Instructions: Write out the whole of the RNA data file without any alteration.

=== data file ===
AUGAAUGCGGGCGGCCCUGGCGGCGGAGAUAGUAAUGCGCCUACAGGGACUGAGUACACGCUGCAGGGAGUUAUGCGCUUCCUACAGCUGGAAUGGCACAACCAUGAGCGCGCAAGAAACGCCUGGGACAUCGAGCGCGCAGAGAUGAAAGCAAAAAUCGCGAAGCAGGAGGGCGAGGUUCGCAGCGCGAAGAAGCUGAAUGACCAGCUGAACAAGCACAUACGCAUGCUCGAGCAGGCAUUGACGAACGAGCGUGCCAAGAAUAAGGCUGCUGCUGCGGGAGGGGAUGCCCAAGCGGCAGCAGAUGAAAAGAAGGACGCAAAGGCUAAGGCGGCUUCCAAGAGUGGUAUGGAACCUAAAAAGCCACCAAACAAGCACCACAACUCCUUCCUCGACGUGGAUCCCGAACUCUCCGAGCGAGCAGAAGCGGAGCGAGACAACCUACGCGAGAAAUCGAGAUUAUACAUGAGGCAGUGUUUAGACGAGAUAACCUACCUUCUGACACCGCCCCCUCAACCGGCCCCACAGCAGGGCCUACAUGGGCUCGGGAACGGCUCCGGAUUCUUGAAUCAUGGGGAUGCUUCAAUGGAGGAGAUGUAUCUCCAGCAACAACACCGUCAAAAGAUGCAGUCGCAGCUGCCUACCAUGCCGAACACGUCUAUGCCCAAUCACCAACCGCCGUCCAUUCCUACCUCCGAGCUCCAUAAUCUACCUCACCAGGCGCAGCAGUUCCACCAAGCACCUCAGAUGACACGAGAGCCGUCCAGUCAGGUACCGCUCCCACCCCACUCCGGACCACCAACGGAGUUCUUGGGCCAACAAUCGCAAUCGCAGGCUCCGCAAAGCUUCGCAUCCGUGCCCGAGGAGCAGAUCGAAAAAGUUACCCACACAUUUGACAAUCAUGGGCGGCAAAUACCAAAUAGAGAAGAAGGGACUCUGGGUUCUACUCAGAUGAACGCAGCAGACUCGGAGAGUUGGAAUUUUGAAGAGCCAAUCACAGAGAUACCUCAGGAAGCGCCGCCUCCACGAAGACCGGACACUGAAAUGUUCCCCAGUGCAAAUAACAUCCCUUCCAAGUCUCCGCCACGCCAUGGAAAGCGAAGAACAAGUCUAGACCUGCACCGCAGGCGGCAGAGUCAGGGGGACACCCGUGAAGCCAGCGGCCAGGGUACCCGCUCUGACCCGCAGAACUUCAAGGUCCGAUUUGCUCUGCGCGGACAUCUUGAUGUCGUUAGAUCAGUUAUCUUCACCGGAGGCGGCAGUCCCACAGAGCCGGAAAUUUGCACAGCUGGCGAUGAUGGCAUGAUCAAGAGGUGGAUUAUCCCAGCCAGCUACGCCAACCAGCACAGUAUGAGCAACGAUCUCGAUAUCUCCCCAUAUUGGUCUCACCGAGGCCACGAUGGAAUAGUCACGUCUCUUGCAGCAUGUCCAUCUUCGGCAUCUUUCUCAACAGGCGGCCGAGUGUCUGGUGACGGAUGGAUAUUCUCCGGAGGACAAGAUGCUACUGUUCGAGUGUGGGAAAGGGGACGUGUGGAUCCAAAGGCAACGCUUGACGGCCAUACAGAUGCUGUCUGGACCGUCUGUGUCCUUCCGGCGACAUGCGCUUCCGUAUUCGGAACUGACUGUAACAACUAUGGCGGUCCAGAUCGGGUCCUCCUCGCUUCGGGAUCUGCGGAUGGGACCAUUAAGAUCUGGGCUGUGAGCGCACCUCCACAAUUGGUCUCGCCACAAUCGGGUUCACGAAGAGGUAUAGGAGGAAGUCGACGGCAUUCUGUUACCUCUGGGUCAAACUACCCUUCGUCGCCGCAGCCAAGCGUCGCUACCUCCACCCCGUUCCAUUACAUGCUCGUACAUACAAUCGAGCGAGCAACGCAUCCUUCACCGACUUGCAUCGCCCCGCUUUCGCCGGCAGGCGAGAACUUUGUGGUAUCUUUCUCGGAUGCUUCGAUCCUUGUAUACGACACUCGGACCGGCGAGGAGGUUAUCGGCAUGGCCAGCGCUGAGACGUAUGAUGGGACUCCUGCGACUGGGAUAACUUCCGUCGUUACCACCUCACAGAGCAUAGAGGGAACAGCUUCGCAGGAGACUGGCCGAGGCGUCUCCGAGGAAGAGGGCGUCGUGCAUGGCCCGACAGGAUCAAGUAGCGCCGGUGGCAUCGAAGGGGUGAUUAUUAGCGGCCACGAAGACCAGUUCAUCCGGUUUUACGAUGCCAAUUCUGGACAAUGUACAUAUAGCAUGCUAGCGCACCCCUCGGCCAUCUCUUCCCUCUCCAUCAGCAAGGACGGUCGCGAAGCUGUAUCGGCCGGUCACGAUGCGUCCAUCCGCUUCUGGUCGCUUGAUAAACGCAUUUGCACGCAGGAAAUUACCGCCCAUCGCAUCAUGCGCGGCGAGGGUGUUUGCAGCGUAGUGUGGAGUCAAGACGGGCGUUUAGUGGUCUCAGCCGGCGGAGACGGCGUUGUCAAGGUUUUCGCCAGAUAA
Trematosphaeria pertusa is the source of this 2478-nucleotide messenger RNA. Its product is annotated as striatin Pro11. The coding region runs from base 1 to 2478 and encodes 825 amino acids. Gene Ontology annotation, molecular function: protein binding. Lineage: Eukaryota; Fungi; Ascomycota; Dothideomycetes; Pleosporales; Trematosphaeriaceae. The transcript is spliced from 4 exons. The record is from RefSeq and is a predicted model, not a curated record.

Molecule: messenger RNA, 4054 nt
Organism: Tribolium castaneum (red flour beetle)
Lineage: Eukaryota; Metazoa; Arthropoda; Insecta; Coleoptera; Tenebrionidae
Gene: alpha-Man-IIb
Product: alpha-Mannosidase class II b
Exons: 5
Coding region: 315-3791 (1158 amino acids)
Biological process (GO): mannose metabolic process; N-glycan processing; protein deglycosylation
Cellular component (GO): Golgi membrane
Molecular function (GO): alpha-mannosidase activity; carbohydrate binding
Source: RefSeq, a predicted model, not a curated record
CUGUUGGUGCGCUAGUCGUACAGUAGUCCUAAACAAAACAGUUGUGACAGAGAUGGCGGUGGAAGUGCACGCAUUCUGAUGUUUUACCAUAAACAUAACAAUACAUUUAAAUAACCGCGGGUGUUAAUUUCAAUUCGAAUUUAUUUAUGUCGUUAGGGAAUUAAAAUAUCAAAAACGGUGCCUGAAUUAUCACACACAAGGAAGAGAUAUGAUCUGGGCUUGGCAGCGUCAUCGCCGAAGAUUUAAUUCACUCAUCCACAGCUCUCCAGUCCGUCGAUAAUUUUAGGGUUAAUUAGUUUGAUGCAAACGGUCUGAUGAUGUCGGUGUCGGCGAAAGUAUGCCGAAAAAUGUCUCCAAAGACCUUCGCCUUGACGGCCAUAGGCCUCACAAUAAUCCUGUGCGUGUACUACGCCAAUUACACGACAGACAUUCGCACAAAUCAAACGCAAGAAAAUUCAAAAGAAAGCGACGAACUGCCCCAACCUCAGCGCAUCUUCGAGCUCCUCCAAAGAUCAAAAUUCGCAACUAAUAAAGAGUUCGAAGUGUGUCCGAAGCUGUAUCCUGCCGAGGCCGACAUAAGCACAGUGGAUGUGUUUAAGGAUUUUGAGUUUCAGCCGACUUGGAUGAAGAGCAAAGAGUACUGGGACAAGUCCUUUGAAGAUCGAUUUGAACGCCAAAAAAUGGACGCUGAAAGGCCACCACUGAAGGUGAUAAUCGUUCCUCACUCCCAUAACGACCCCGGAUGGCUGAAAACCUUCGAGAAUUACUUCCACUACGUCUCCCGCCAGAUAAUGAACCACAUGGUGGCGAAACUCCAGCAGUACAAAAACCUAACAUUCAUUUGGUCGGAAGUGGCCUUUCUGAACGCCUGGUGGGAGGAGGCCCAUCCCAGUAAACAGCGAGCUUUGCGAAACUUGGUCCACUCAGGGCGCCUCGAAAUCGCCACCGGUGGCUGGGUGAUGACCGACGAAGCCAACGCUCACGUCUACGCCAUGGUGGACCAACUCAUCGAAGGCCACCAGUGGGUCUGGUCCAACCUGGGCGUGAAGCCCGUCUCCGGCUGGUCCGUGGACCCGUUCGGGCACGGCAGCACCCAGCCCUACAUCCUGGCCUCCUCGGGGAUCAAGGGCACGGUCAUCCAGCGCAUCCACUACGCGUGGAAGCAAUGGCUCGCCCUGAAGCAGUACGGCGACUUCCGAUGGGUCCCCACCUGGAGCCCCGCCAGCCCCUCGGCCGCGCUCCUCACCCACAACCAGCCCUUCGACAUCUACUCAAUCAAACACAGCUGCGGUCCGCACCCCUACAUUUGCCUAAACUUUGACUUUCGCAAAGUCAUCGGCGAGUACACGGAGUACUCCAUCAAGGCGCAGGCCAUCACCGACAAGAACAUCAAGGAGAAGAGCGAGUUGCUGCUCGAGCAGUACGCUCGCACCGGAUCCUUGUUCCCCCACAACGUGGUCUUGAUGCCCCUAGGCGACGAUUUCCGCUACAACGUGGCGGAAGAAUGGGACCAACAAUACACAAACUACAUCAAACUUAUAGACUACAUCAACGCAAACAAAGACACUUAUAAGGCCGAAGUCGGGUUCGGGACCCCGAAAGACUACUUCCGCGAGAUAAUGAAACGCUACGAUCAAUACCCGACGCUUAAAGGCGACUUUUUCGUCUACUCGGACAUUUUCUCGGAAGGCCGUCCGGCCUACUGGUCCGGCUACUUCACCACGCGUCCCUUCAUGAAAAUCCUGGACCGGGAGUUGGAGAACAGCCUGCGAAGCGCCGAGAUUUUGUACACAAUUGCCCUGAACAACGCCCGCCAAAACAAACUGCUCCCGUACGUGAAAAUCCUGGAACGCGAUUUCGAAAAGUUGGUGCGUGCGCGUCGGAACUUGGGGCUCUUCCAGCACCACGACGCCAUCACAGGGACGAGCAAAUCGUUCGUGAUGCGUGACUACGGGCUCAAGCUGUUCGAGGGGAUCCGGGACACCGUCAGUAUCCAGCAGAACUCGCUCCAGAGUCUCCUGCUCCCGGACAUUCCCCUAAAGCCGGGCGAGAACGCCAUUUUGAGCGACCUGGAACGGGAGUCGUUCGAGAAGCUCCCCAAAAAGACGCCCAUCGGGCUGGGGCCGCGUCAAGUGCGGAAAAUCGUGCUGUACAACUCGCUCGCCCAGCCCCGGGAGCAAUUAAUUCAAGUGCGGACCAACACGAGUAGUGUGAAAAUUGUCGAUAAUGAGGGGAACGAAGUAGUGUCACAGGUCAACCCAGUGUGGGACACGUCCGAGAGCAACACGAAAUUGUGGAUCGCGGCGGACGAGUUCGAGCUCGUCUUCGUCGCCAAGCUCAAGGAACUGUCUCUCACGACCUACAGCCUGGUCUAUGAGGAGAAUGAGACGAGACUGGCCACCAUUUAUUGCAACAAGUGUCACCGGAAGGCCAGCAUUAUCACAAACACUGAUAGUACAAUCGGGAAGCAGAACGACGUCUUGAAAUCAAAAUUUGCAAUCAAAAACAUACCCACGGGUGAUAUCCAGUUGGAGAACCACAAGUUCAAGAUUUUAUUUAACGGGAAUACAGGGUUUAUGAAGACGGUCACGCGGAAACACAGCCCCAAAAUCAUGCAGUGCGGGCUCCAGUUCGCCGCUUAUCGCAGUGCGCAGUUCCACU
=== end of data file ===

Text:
AUGAAUGCGGGCGGCCCUGGCGGCGGAGAUAGUAAUGCGCCUACAGGGACUGAGUACACGCUGCAGGGAGUUAUGCGCUUCCUACAGCUGGAAUGGCACAACCAUGAGCGCGCAAGAAACGCCUGGGACAUCGAGCGCGCAGAGAUGAAAGCAAAAAUCGCGAAGCAGGAGGGCGAGGUUCGCAGCGCGAAGAAGCUGAAUGACCAGCUGAACAAGCACAUACGCAUGCUCGAGCAGGCAUUGACGAACGAGCGUGCCAAGAAUAAGGCUGCUGCUGCGGGAGGGGAUGCCCAAGCGGCAGCAGAUGAAAAGAAGGACGCAAAGGCUAAGGCGGCUUCCAAGAGUGGUAUGGAACCUAAAAAGCCACCAAACAAGCACCACAACUCCUUCCUCGACGUGGAUCCCGAACUCUCCGAGCGAGCAGAAGCGGAGCGAGACAACCUACGCGAGAAAUCGAGAUUAUACAUGAGGCAGUGUUUAGACGAGAUAACCUACCUUCUGACACCGCCCCCUCAACCGGCCCCACAGCAGGGCCUACAUGGGCUCGGGAACGGCUCCGGAUUCUUGAAUCAUGGGGAUGCUUCAAUGGAGGAGAUGUAUCUCCAGCAACAACACCGUCAAAAGAUGCAGUCGCAGCUGCCUACCAUGCCGAACACGUCUAUGCCCAAUCACCAACCGCCGUCCAUUCCUACCUCCGAGCUCCAUAAUCUACCUCACCAGGCGCAGCAGUUCCACCAAGCACCUCAGAUGACACGAGAGCCGUCCAGUCAGGUACCGCUCCCACCCCACUCCGGACCACCAACGGAGUUCUUGGGCCAACAAUCGCAAUCGCAGGCUCCGCAAAGCUUCGCAUCCGUGCCCGAGGAGCAGAUCGAAAAAGUUACCCACACAUUUGACAAUCAUGGGCGGCAAAUACCAAAUAGAGAAGAAGGGACUCUGGGUUCUACUCAGAUGAACGCAGCAGACUCGGAGAGUUGGAAUUUUGAAGAGCCAAUCACAGAGAUACCUCAGGAAGCGCCGCCUCCACGAAGACCGGACACUGAAAUGUUCCCCAGUGCAAAUAACAUCCCUUCCAAGUCUCCGCCACGCCAUGGAAAGCGAAGAACAAGUCUAGACCUGCACCGCAGGCGGCAGAGUCAGGGGGACACCCGUGAAGCCAGCGGCCAGGGUACCCGCUCUGACCCGCAGAACUUCAAGGUCCGAUUUGCUCUGCGCGGACAUCUUGAUGUCGUUAGAUCAGUUAUCUUCACCGGAGGCGGCAGUCCCACAGAGCCGGAAAUUUGCACAGCUGGCGAUGAUGGCAUGAUCAAGAGGUGGAUUAUCCCAGCCAGCUACGCCAACCAGCACAGUAUGAGCAACGAUCUCGAUAUCUCCCCAUAUUGGUCUCACCGAGGCCACGAUGGAAUAGUCACGUCUCUUGCAGCAUGUCCAUCUUCGGCAUCUUUCUCAACAGGCGGCCGAGUGUCUGGUGACGGAUGGAUAUUCUCCGGAGGACAAGAUGCUACUGUUCGAGUGUGGGAAAGGGGACGUGUGGAUCCAAAGGCAACGCUUGACGGCCAUACAGAUGCUGUCUGGACCGUCUGUGUCCUUCCGGCGACAUGCGCUUCCGUAUUCGGAACUGACUGUAACAACUAUGGCGGUCCAGAUCGGGUCCUCCUCGCUUCGGGAUCUGCGGAUGGGACCAUUAAGAUCUGGGCUGUGAGCGCACCUCCACAAUUGGUCUCGCCACAAUCGGGUUCACGAAGAGGUAUAGGAGGAAGUCGACGGCAUUCUGUUACCUCUGGGUCAAACUACCCUUCGUCGCCGCAGCCAAGCGUCGCUACCUCCACCCCGUUCCAUUACAUGCUCGUACAUACAAUCGAGCGAGCAACGCAUCCUUCACCGACUUGCAUCGCCCCGCUUUCGCCGGCAGGCGAGAACUUUGUGGUAUCUUUCUCGGAUGCUUCGAUCCUUGUAUACGACACUCGGACCGGCGAGGAGGUUAUCGGCAUGGCCAGCGCUGAGACGUAUGAUGGGACUCCUGCGACUGGGAUAACUUCCGUCGUUACCACCUCACAGAGCAUAGAGGGAACAGCUUCGCAGGAGACUGGCCGAGGCGUCUCCGAGGAAGAGGGCGUCGUGCAUGGCCCGACAGGAUCAAGUAGCGCCGGUGGCAUCGAAGGGGUGAUUAUUAGCGGCCACGAAGACCAGUUCAUCCGGUUUUACGAUGCCAAUUCUGGACAAUGUACAUAUAGCAUGCUAGCGCACCCCUCGGCCAUCUCUUCCCUCUCCAUCAGCAAGGACGGUCGCGAAGCUGUAUCGGCCGGUCACGAUGCGUCCAUCCGCUUCUGGUCGCUUGAUAAACGCAUUUGCACGCAGGAAAUUACCGCCCAUCGCAUCAUGCGCGGCGAGGGUGUUUGCAGCGUAGUGUGGAGUCAAGACGGGCGUUUAGUGGUCUCAGCCGGCGGAGACGGCGUUGUCAAGGUUUUCGCCAGAUAA
Trematosphaeria pertusa is the source of this 2478-nucleotide messenger RNA. Its product is annotated as striatin Pro11. The coding region runs from base 1 to 2478 and encodes 825 amino acids. Gene Ontology annotation, molecular function: protein binding. Lineage: Eukaryota; Fungi; Ascomycota; Dothideomycetes; Pleosporales; Trematosphaeriaceae. The transcript is spliced from 4 exons. The record is from RefSeq and is a predicted model, not a curated record.

Molecule: messenger RNA, 4054 nt
Organism: Tribolium castaneum (red flour beetle)
Lineage: Eukaryota; Metazoa; Arthropoda; Insecta; Coleoptera; Tenebrionidae
Gene: alpha-Man-IIb
Product: alpha-Mannosidase class II b
Exons: 5
Coding region: 315-3791 (1158 amino acids)
Biological process (GO): mannose metabolic process; N-glycan processing; protein deglycosylation
Cellular component (GO): Golgi membrane
Molecular function (GO): alpha-mannosidase activity; carbohydrate binding
Source: RefSeq, a predicted model, not a curated record
CUGUUGGUGCGCUAGUCGUACAGUAGUCCUAAACAAAACAGUUGUGACAGAGAUGGCGGUGGAAGUGCACGCAUUCUGAUGUUUUACCAUAAACAUAACAAUACAUUUAAAUAACCGCGGGUGUUAAUUUCAAUUCGAAUUUAUUUAUGUCGUUAGGGAAUUAAAAUAUCAAAAACGGUGCCUGAAUUAUCACACACAAGGAAGAGAUAUGAUCUGGGCUUGGCAGCGUCAUCGCCGAAGAUUUAAUUCACUCAUCCACAGCUCUCCAGUCCGUCGAUAAUUUUAGGGUUAAUUAGUUUGAUGCAAACGGUCUGAUGAUGUCGGUGUCGGCGAAAGUAUGCCGAAAAAUGUCUCCAAAGACCUUCGCCUUGACGGCCAUAGGCCUCACAAUAAUCCUGUGCGUGUACUACGCCAAUUACACGACAGACAUUCGCACAAAUCAAACGCAAGAAAAUUCAAAAGAAAGCGACGAACUGCCCCAACCUCAGCGCAUCUUCGAGCUCCUCCAAAGAUCAAAAUUCGCAACUAAUAAAGAGUUCGAAGUGUGUCCGAAGCUGUAUCCUGCCGAGGCCGACAUAAGCACAGUGGAUGUGUUUAAGGAUUUUGAGUUUCAGCCGACUUGGAUGAAGAGCAAAGAGUACUGGGACAAGUCCUUUGAAGAUCGAUUUGAACGCCAAAAAAUGGACGCUGAAAGGCCACCACUGAAGGUGAUAAUCGUUCCUCACUCCCAUAACGACCCCGGAUGGCUGAAAACCUUCGAGAAUUACUUCCACUACGUCUCCCGCCAGAUAAUGAACCACAUGGUGGCGAAACUCCAGCAGUACAAAAACCUAACAUUCAUUUGGUCGGAAGUGGCCUUUCUGAACGCCUGGUGGGAGGAGGCCCAUCCCAGUAAACAGCGAGCUUUGCGAAACUUGGUCCACUCAGGGCGCCUCGAAAUCGCCACCGGUGGCUGGGUGAUGACCGACGAAGCCAACGCUCACGUCUACGCCAUGGUGGACCAACUCAUCGAAGGCCACCAGUGGGUCUGGUCCAACCUGGGCGUGAAGCCCGUCUCCGGCUGGUCCGUGGACCCGUUCGGGCACGGCAGCACCCAGCCCUACAUCCUGGCCUCCUCGGGGAUCAAGGGCACGGUCAUCCAGCGCAUCCACUACGCGUGGAAGCAAUGGCUCGCCCUGAAGCAGUACGGCGACUUCCGAUGGGUCCCCACCUGGAGCCCCGCCAGCCCCUCGGCCGCGCUCCUCACCCACAACCAGCCCUUCGACAUCUACUCAAUCAAACACAGCUGCGGUCCGCACCCCUACAUUUGCCUAAACUUUGACUUUCGCAAAGUCAUCGGCGAGUACACGGAGUACUCCAUCAAGGCGCAGGCCAUCACCGACAAGAACAUCAAGGAGAAGAGCGAGUUGCUGCUCGAGCAGUACGCUCGCACCGGAUCCUUGUUCCCCCACAACGUGGUCUUGAUGCCCCUAGGCGACGAUUUCCGCUACAACGUGGCGGAAGAAUGGGACCAACAAUACACAAACUACAUCAAACUUAUAGACUACAUCAACGCAAACAAAGACACUUAUAAGGCCGAAGUCGGGUUCGGGACCCCGAAAGACUACUUCCGCGAGAUAAUGAAACGCUACGAUCAAUACCCGACGCUUAAAGGCGACUUUUUCGUCUACUCGGACAUUUUCUCGGAAGGCCGUCCGGCCUACUGGUCCGGCUACUUCACCACGCGUCCCUUCAUGAAAAUCCUGGACCGGGAGUUGGAGAACAGCCUGCGAAGCGCCGAGAUUUUGUACACAAUUGCCCUGAACAACGCCCGCCAAAACAAACUGCUCCCGUACGUGAAAAUCCUGGAACGCGAUUUCGAAAAGUUGGUGCGUGCGCGUCGGAACUUGGGGCUCUUCCAGCACCACGACGCCAUCACAGGGACGAGCAAAUCGUUCGUGAUGCGUGACUACGGGCUCAAGCUGUUCGAGGGGAUCCGGGACACCGUCAGUAUCCAGCAGAACUCGCUCCAGAGUCUCCUGCUCCCGGACAUUCCCCUAAAGCCGGGCGAGAACGCCAUUUUGAGCGACCUGGAACGGGAGUCGUUCGAGAAGCUCCCCAAAAAGACGCCCAUCGGGCUGGGGCCGCGUCAAGUGCGGAAAAUCGUGCUGUACAACUCGCUCGCCCAGCCCCGGGAGCAAUUAAUUCAAGUGCGGACCAACACGAGUAGUGUGAAAAUUGUCGAUAAUGAGGGGAACGAAGUAGUGUCACAGGUCAACCCAGUGUGGGACACGUCCGAGAGCAACACGAAAUUGUGGAUCGCGGCGGACGAGUUCGAGCUCGUCUUCGUCGCCAAGCUCAAGGAACUGUCUCUCACGACCUACAGCCUGGUCUAUGAGGAGAAUGAGACGAGACUGGCCACCAUUUAUUGCAACAAGUGUCACCGGAAGGCCAGCAUUAUCACAAACACUGAUAGUACAAUCGGGAAGCAGAACGACGUCUUGAAAUCAAAAUUUGCAAUCAAAAACAUACCCACGGGUGAUAUCCAGUUGGAGAACCACAAGUUCAAGAUUUUAUUUAACGGGAAUACAGGGUUUAUGAAGACGGUCACGCGGAAACACAGCCCCAAAAUCAUGCAGUGCGGGCUCCAGUUCGCCGCUUAUCGCAGUGCGCAGUUCCACU